Less than 50% of cardiovascular trials published in December 2012 were reported as registered. These studies were larger and more likely to report strong methodological characteristics but were less likely to report significant positive findings.
To our knowledge, this is the first study to demonstrate an inverse association between reporting of trial registration and significant positive outcomes in cardiovascular RTs. These findings suggest that reporting of registration may reduce selective outcome reporting or selective publication.
Although some countries have mandatory trial registration policies, these are often limited in scope. For instance, many policies focus on pharmacologic trials, although only 42% of trials in our cohort tested a drug intervention. The majority of our cohort would therefore be exempt.
Our study has 2 limitations. First, we assessed the reported characteristics of cardiovascular trials, which may not perfectly reflect the conduct of the RTs, the conduct of trials conducted in other areas of medicine, or the conduct of trials testing specific types of interventions. Second, we included only journals that were indexed in PubMed.
Taken together, registration of all clinical trials should be a mandatory requirement for ethical and regulatory approval.
Corresponding Author: Kazem Rahimi, DM, The George Institute for Global Health, Oxford Martin School, University of Oxford, 34 Broad St, Oxford OX1 3DB, England (email@example.com).
Published Online: December 29, 2014. doi:10.1001/jamainternmed.2014.6924.
Authors Contributions: Mr Emdin and Dr Odutayo contributed equally as first authors, had full access to all the data in the study, and take responsibility for the integrity of the data and the accuracy of the data analysis.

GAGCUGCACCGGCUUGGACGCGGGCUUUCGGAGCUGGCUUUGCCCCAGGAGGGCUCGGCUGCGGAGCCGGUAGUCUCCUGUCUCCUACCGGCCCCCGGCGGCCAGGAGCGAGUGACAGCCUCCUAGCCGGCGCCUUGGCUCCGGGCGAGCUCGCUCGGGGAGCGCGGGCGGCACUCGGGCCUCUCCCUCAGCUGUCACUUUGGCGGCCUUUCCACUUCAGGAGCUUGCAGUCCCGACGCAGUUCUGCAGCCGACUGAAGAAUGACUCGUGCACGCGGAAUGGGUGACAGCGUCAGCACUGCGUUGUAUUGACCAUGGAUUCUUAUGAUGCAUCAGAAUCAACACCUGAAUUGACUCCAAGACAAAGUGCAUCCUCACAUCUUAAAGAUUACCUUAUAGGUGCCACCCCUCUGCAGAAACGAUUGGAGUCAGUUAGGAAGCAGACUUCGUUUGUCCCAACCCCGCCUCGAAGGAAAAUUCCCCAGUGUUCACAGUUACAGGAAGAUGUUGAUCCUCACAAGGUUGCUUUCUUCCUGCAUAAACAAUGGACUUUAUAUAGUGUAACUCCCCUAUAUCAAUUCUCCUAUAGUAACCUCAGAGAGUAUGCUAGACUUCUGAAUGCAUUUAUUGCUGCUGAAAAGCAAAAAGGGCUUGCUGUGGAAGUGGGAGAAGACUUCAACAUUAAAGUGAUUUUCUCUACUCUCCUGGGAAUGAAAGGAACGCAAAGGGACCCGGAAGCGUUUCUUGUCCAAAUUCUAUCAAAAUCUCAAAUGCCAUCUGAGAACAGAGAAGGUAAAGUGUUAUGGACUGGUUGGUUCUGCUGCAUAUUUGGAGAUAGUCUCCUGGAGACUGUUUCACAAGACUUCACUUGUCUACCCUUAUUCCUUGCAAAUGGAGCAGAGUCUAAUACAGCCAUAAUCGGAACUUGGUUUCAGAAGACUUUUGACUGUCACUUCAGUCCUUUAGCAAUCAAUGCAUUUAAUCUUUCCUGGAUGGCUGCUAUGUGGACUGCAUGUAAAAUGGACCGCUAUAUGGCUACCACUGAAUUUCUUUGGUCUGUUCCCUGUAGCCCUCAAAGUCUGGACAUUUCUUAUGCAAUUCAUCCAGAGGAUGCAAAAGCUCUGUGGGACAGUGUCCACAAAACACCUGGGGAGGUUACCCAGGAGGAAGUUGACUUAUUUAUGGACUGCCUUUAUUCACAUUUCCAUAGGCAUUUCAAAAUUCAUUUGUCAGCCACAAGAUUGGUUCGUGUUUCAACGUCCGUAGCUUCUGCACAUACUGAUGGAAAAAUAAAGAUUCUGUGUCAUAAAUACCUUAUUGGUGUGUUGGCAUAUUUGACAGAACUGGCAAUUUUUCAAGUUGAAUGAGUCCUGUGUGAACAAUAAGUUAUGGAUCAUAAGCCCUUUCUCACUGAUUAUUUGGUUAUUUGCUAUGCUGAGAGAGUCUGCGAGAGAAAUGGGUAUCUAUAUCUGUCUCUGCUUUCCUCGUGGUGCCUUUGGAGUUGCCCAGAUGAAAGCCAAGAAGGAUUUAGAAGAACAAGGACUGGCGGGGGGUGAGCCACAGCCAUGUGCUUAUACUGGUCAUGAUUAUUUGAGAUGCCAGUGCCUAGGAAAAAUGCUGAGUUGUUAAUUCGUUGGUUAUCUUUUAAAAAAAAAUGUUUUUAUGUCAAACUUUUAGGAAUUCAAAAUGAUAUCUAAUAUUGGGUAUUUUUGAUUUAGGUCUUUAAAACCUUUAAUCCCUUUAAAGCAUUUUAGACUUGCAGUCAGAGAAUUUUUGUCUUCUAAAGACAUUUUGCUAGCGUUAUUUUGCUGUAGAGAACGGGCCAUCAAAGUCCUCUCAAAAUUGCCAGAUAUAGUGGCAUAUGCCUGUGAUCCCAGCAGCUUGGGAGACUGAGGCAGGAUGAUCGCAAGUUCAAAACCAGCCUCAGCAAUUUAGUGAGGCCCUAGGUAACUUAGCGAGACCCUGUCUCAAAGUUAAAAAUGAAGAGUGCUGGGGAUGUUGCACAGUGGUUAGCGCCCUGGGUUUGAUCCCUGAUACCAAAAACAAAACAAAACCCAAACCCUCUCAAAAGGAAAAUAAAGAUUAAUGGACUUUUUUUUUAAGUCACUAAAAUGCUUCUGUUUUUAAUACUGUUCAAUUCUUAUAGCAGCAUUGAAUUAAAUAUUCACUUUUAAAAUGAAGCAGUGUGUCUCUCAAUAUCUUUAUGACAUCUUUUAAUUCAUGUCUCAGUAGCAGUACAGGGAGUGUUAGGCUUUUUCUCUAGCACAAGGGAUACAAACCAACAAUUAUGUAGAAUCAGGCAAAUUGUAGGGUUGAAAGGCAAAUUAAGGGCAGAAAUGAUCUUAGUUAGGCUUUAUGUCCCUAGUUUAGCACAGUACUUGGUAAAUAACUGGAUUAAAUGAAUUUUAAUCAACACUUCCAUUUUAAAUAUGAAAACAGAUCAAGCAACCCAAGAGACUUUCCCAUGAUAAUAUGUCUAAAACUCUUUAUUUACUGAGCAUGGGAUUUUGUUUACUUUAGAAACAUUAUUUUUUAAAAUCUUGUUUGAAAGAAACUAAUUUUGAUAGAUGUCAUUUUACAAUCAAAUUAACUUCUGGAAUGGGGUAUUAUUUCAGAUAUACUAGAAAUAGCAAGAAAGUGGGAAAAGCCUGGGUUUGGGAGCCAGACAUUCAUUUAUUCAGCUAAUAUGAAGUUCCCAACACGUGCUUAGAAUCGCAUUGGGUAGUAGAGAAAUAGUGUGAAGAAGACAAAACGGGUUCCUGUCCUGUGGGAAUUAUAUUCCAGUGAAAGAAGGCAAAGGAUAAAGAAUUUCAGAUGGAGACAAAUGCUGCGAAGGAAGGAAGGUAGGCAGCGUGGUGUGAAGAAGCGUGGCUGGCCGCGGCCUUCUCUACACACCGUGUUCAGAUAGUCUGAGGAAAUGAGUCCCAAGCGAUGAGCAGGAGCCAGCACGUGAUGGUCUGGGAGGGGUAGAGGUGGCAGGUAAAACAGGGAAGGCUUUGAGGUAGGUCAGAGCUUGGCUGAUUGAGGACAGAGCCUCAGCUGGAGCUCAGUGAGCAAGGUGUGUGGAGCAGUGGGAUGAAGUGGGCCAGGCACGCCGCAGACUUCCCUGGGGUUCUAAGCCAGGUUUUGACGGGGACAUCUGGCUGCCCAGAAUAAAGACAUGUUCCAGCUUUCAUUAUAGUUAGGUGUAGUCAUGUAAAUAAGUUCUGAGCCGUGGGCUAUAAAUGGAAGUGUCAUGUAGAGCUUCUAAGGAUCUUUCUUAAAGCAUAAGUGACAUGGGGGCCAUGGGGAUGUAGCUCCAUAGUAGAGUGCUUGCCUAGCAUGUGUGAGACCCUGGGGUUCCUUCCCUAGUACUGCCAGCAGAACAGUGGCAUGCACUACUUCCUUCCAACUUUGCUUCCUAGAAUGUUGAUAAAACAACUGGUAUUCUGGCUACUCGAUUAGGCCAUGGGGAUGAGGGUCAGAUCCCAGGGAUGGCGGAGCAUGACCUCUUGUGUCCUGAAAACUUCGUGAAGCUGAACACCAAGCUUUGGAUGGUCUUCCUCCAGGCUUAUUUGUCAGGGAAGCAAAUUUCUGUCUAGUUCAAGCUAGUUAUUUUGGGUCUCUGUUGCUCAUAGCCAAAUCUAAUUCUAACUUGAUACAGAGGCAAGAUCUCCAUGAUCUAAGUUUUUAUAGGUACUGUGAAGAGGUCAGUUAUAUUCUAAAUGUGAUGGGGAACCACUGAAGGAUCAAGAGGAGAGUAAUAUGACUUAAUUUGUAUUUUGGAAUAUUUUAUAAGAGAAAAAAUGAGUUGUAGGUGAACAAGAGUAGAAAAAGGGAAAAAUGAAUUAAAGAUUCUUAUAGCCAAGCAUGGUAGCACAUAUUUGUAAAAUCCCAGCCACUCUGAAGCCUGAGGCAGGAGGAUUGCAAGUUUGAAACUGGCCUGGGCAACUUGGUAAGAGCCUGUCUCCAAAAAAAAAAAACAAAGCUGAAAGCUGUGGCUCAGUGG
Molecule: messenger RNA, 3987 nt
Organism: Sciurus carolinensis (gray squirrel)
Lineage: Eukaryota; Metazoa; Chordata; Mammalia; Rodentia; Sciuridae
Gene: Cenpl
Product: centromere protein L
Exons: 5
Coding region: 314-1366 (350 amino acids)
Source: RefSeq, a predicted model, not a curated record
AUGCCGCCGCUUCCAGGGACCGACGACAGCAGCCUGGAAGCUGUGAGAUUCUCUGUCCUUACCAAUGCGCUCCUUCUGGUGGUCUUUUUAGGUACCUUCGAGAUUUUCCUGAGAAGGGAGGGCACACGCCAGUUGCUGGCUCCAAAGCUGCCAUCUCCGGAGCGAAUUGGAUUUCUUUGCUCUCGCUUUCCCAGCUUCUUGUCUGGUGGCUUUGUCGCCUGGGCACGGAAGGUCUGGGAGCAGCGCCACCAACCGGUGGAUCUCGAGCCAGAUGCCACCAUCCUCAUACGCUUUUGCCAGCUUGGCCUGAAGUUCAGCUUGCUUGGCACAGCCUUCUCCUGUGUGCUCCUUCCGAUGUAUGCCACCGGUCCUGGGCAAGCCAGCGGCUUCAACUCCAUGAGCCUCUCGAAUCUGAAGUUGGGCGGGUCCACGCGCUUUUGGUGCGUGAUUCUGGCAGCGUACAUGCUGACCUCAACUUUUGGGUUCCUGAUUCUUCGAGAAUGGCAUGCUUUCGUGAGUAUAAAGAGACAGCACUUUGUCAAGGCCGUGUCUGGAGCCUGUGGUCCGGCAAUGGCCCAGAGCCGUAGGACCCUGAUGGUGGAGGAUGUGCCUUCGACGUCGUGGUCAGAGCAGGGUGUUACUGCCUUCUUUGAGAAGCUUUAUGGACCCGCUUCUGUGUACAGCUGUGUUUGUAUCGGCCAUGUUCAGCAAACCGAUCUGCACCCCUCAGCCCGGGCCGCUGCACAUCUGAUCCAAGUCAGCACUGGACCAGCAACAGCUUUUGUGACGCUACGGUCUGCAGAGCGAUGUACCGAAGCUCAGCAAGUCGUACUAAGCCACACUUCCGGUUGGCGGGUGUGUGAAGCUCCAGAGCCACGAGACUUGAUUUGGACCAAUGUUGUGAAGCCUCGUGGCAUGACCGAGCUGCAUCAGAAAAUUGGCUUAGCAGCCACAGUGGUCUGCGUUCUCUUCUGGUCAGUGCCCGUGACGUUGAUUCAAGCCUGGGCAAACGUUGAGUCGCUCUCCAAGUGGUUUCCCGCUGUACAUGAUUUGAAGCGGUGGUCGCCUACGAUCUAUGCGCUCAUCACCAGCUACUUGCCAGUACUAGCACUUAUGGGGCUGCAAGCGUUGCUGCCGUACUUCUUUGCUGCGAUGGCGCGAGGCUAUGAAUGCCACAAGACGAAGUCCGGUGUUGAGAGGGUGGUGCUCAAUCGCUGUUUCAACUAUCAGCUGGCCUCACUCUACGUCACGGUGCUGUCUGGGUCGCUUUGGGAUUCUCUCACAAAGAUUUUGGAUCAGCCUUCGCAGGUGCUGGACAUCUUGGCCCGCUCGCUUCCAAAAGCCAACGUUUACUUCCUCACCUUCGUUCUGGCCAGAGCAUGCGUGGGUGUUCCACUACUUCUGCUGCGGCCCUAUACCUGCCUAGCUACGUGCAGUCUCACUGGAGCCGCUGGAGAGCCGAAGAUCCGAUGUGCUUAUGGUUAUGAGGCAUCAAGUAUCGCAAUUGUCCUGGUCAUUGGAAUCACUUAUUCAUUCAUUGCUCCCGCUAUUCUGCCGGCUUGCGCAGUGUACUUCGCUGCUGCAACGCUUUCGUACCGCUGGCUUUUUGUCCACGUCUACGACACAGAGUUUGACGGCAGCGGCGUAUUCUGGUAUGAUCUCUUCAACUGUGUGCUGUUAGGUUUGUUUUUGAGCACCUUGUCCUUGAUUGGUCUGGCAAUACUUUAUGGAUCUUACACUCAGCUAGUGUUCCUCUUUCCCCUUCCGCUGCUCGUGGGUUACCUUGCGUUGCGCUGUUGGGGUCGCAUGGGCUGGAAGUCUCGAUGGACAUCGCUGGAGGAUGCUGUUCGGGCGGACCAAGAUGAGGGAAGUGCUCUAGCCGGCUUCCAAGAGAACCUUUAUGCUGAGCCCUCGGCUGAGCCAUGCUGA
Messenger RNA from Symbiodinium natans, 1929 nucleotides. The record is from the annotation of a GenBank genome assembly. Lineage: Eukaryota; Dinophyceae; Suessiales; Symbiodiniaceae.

Study concept and design: Emdin, Odutayo, Hsiao, Hopewell, Altman.
Acquisition, analysis, or interpretation of data: Emdin, Odutayo, Hsiao, Shakir, Rahimi.
Drafting of the manuscript: Emdin, Odutayo, Hsiao, Rahimi, Altman.
Critical revision of the manuscript for important intellectual content: Emdin, Odutayo, Hsiao, Shakir, Hopewell.
Statistical analysis: Emdin, Odutayo, Hsiao.
Administrative, technical, or material support: Odutayo.
Study supervision: Hopewell, Rahimi, Altman.
Conflict of Interest Disclosures: None reported.
Funding/Support: Funding was provided by the Rhodes scholarship (Emdin, Odutayo, and Hsiao) and by grant CDF-2013-06-012 from the National Institute for Health Research and the Oxford Biomedical Research Center (Rahimi).
Role of the Funder/Sponsor: The funding institutions had no role in the design and conduct of the study; collection, management, analysis, and interpretation of the data; preparation, review, or approval of the manuscript; and decision to submit the manuscript for publication.
Additional Contributions: We thank Max Emmerich, BM BCh, for his translation support; he received no compensation for his translation support.